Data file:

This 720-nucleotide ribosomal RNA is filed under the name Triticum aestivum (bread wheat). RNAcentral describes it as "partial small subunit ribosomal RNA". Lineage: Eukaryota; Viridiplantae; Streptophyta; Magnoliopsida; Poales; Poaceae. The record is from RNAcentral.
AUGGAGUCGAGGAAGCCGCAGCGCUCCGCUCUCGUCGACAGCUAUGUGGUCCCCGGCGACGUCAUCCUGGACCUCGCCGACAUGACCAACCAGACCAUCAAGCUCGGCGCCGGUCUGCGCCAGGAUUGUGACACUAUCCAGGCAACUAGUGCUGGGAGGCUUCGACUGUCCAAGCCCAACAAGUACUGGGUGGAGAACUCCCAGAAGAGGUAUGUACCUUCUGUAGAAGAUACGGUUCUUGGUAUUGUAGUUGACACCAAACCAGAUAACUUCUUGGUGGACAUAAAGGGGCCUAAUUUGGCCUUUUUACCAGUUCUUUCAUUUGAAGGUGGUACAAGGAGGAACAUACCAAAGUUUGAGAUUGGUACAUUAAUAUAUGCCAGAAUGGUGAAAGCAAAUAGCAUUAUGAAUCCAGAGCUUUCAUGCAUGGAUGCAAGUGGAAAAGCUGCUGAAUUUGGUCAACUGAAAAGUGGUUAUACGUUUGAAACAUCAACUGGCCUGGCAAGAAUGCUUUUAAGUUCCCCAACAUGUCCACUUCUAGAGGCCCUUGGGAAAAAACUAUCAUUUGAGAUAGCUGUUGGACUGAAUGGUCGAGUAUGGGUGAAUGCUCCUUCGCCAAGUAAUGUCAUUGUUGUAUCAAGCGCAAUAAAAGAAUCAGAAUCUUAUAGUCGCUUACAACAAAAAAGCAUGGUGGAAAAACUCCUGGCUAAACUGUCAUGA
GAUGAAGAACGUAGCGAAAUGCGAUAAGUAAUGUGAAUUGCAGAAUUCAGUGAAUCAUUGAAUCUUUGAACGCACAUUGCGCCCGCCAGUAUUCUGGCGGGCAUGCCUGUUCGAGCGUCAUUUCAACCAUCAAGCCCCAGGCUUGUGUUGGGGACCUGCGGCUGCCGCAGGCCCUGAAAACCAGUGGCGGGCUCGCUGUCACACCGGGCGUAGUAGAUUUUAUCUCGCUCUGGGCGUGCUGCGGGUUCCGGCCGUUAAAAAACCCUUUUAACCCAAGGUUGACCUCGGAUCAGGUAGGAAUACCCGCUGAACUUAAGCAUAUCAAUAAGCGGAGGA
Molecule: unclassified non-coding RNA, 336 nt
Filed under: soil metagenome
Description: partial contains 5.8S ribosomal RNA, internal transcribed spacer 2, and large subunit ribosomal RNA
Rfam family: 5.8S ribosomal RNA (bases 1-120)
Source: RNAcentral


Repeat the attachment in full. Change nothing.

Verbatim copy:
This 720-nucleotide ribosomal RNA is filed under the name Triticum aestivum (bread wheat). RNAcentral describes it as "partial small subunit ribosomal RNA". Lineage: Eukaryota; Viridiplantae; Streptophyta; Magnoliopsida; Poales; Poaceae. The record is from RNAcentral.
AUGGAGUCGAGGAAGCCGCAGCGCUCCGCUCUCGUCGACAGCUAUGUGGUCCCCGGCGACGUCAUCCUGGACCUCGCCGACAUGACCAACCAGACCAUCAAGCUCGGCGCCGGUCUGCGCCAGGAUUGUGACACUAUCCAGGCAACUAGUGCUGGGAGGCUUCGACUGUCCAAGCCCAACAAGUACUGGGUGGAGAACUCCCAGAAGAGGUAUGUACCUUCUGUAGAAGAUACGGUUCUUGGUAUUGUAGUUGACACCAAACCAGAUAACUUCUUGGUGGACAUAAAGGGGCCUAAUUUGGCCUUUUUACCAGUUCUUUCAUUUGAAGGUGGUACAAGGAGGAACAUACCAAAGUUUGAGAUUGGUACAUUAAUAUAUGCCAGAAUGGUGAAAGCAAAUAGCAUUAUGAAUCCAGAGCUUUCAUGCAUGGAUGCAAGUGGAAAAGCUGCUGAAUUUGGUCAACUGAAAAGUGGUUAUACGUUUGAAACAUCAACUGGCCUGGCAAGAAUGCUUUUAAGUUCCCCAACAUGUCCACUUCUAGAGGCCCUUGGGAAAAAACUAUCAUUUGAGAUAGCUGUUGGACUGAAUGGUCGAGUAUGGGUGAAUGCUCCUUCGCCAAGUAAUGUCAUUGUUGUAUCAAGCGCAAUAAAAGAAUCAGAAUCUUAUAGUCGCUUACAACAAAAAAGCAUGGUGGAAAAACUCCUGGCUAAACUGUCAUGA
GAUGAAGAACGUAGCGAAAUGCGAUAAGUAAUGUGAAUUGCAGAAUUCAGUGAAUCAUUGAAUCUUUGAACGCACAUUGCGCCCGCCAGUAUUCUGGCGGGCAUGCCUGUUCGAGCGUCAUUUCAACCAUCAAGCCCCAGGCUUGUGUUGGGGACCUGCGGCUGCCGCAGGCCCUGAAAACCAGUGGCGGGCUCGCUGUCACACCGGGCGUAGUAGAUUUUAUCUCGCUCUGGGCGUGCUGCGGGUUCCGGCCGUUAAAAAACCCUUUUAACCCAAGGUUGACCUCGGAUCAGGUAGGAAUACCCGCUGAACUUAAGCAUAUCAAUAAGCGGAGGA
Molecule: unclassified non-coding RNA, 336 nt
Filed under: soil metagenome
Description: partial contains 5.8S ribosomal RNA, internal transcribed spacer 2, and large subunit ribosomal RNA
Rfam family: 5.8S ribosomal RNA (bases 1-120)
Source: RNAcentral